Article image
Article image
Article image
This article displays in one automatically-generated column. View the full page to see article in its original form.


(From the Daily Telegraph,) In his eminently interesting work, entitled, “ Jungle Life in India,” Mr. Ball has adduced good reasons for believing that the old classical story of the rearing of Romulus and Remus by the she-wolf may be founded on fact. This author cites the case of two lads in an orphanage at Sekandra, near Agru, who had been discovered among wolves, and in many ways shared the habits of these animals. One of his stories is supported by a letter from Professor Max Muller. It says : “ A trooper, sent by the Governor of Chandaur to demand payment of some revenue, was passing along the banka of the river, about noon, when he saw a large female wolf leave her den, followed by three whelps and a little boy. The boy went on all-fours, and when he tried to .catch him he ran as fast as the whelps, and kept up with the old one. They all entered the den, but were dug out by the people with pickaxes, and the boy was secured. He struggled hard to rush into every hole and den they came near. He became alarmed when he saw a grown-up person, but tried to fly at children and bite them. He rejected cooked meat with disgust, but delighted, in raw flesh and bones, putting them under his paws like a dog. They tried to make him speak, but CAuM get nothing from him but. an angry growl ox snarl.” Another instance is, quoted as having occurred at Clmpra. A Hindoo father and mother went out to cut their crop in March, 1843. The woman had with her a little boy, who

lately had;, been severely burned on the left knee.'. While the parents were-at work the child was carried off by a wolf. Some years afterwards a wolf with three cubs was seen about ten miles from Chudra, followed by a boy. The boy, after much resistance, was caught, and recognised by the mark of the burn on the left knee. He could eat nothing but raw flesh, and could never be brought to speak. He used to mutter and snarl, but never articulated distinctly. The pans of his knees and points of his elbows had become homey from going on allfours with the wolves. In November, 1850, this boy escaped again, and disappeared into the jungle. Thus the “ she wolf’s litter” of Macaulay’s “ Lays of Ancient Rome,” may have been, after all, no myth. '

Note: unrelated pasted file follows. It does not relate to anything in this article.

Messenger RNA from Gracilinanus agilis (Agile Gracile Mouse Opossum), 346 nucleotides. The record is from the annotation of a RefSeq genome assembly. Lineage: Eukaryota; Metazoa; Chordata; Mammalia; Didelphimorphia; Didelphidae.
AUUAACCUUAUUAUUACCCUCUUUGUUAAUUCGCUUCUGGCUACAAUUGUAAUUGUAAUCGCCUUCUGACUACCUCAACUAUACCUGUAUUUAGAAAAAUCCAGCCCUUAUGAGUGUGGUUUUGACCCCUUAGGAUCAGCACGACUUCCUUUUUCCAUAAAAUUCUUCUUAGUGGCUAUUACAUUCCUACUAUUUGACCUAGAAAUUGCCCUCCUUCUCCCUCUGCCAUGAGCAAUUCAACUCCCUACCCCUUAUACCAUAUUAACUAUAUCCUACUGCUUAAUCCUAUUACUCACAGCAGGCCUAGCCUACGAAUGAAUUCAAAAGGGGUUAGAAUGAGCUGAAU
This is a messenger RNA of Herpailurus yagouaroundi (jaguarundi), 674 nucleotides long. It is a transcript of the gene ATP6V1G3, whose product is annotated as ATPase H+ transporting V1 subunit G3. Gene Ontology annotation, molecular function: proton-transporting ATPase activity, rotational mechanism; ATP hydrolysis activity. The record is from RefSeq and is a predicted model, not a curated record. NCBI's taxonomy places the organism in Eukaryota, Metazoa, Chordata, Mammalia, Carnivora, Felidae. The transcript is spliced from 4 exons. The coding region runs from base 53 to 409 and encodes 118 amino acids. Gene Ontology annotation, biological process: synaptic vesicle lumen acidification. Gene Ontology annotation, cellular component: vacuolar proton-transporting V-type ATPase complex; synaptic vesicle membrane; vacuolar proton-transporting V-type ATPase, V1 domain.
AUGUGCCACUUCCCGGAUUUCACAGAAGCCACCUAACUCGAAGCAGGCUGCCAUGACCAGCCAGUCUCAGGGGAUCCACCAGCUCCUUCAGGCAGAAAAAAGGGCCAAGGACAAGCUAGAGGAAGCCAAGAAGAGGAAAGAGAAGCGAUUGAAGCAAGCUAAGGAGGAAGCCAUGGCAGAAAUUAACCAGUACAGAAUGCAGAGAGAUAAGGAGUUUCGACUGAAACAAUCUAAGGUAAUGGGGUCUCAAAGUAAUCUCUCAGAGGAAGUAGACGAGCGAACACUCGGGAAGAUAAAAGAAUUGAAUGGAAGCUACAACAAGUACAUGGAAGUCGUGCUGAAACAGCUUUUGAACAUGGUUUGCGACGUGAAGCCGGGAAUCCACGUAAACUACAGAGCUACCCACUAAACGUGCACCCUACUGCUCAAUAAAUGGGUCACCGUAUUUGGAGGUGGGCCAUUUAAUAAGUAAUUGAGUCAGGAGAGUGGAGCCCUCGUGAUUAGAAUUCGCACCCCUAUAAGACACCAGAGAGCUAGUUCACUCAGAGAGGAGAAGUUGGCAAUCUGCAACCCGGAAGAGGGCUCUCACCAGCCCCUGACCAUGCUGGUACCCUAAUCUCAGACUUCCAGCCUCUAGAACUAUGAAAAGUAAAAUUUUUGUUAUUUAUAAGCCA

This article text was automatically generated and may include errors. View the full page to see article in its original form.
Permanent link to this item

Bibliographic details

A CURIOUS STORY., Ashburton Guardian, Volume 1, Issue 134, 3 August 1880

Word Count

A CURIOUS STORY. Ashburton Guardian, Volume 1, Issue 134, 3 August 1880

  1. New formats

    Papers Past now contains more than just newspapers. Use these links to navigate to other kinds of materials.

  2. Hierarchy

    These links will always show you how deep you are in the collection. Click them to get a broader view of the items you're currently viewing.

  3. Search

    Enter names, places, or other keywords that you're curious about here. We'll look for them in the fulltext of millions of articles.

  4. Search

    Browsed to an interesting page? Click here to search within the item you're currently viewing, or start a new search.

  5. Search facets

    Use these buttons to limit your searches to particular dates, titles, and more.

  6. View selection

    Switch between images of the original document and text transcriptions and outlines you can cut and paste.

  7. Tools

    Print, save, zoom in and more.

  8. Explore

    If you'd rather just browse through documents, click here to find titles and issues from particular dates and geographic regions.

  9. Need more help?

    The "Help" link will show you different tips for each page on the site, so click here often as you explore the site.